The significance of the parties not specifying a “seat” of arbitration proceeding is far and wide. In Shashoua & Ors v. Sharma, the England and Wales High Court (Commercial), while hearing an anti-suit injunction, understood the expression “venue” as seat, as the parties had agreed that the ICC Rules would apply to the arbitration proceedings. Here, the Court was concerned with the construction of the shareholders’ agreement between the parties, which provided that the venue of the arbitration shall be London, United Kingdom and the arbitration proceedings should be conducted in English in accordance with the ICC Rules while the governing law of the shareholders’ agreement would be the law of India. The Court concluded that London is the seat, since the phrase “venue of arbitration shall be London, U.K.” was accompanied by the provision in the arbitration clause for arbitration to be conducted in accordance with the Rules of ICC in Paris (a supranational body of rules). It was also noted that “the parties have not simply provided for the location of hearings to be in London for the sake of convenience and there is indeed no suggestion that London would be convenient in itself, in the light of the governing law of the Shareholders Agreement, the nature and terms of that agreement and the nature of the disputes which were likely to arise and which did in fact arise.”
In Union of India v Hardy Exploration, it had been held that a venue in an arbitration proceeding can become the “seat” if something else is added to it as a concomitant. The Court held that the “venue” does not ipso facto assume the status of seat. Here, the parties had designated Kuala Lumpur as the venue of arbitration, and the agreement did not specify a “seat”. The Court interpreted the agreement to hold that as the place of arbitration to be agreed upon between the parties, had not been agreed upon, the Arbitral Tribunal was required to determine the same. As there had been no adjudication and expression of an opinion on the determination of the “seat”, the Supreme Court held that Kuala Lumpur was not “seat” of the arbitration proceeding, and Indian Courts had jurisdiction over the arbitration proceeding.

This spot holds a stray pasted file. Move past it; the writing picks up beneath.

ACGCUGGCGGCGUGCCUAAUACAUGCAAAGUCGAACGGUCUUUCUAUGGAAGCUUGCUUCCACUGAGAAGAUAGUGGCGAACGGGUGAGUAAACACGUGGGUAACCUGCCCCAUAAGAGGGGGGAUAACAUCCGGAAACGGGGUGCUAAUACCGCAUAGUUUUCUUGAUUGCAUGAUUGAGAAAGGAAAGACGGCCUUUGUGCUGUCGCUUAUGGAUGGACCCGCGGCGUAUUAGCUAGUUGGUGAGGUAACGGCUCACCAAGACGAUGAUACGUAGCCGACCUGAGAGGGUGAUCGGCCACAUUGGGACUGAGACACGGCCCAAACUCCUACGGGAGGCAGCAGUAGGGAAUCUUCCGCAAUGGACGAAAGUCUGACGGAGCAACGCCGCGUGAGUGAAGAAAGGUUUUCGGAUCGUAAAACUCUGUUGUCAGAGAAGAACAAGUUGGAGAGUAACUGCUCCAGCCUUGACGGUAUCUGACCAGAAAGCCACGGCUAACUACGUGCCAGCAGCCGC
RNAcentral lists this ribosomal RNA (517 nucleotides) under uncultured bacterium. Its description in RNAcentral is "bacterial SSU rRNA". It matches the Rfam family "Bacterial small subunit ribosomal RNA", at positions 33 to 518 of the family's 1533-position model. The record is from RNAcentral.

However, in Brahmani River Pellets Limited v. Kamachi Industries Limited, where the parties had selected Bhubaneshwar as the “venue” of arbitration proceeding, the Division Bench of the Supreme Court was of the opinion that the Court at such venue will have exclusive jurisdiction. It was particularly observed:
"In the present case, the parties have agreed that the "venue" of arbitration shall be at Bhubaneswar. Considering the agreement of the parties having Bhubaneswar as the venue of arbitration, the intention of the parties is to exclude all other courts."
In this regard, the Bench placed reliance on Swastik Gas where the Supreme Court had clarified that where the contract specifies the jurisdiction of the courts at a particular place and such courts have jurisdiction to deal with the matter, an inference may be drawn that parties intended to exclude all other courts. However, it is settled law that the distinction between the venue and the seat remains, and it has to be adjudged on the facts of each case to determine the juridical seat. But, in Brahmani, while arriving at its conclusion, the Bench did not treat Bhubaneshwar as the “seat” of arbitration but the “venue”.
It may well be argued that as Brahmani pertained to a domestic arbitration, a different choice of seat would not have altered the law governing the arbitration proceeding, however, as it is settled law that venue of the arbitral tribunal may be moved as per the parties’ convenience, it may be questioned whether now each move in such venue would confer exclusive jurisdiction on a new Court. It is also doubtful as to whether in cases where parties to an international commercial arbitration choose India as merely a “venue” and another country as a “seat”, Brahmani will result in conferring upon courts in India exclusive jurisdiction in respect of the arbitration proceeding, when a bare perusal of the provisions of the Act clearly indicate otherwise.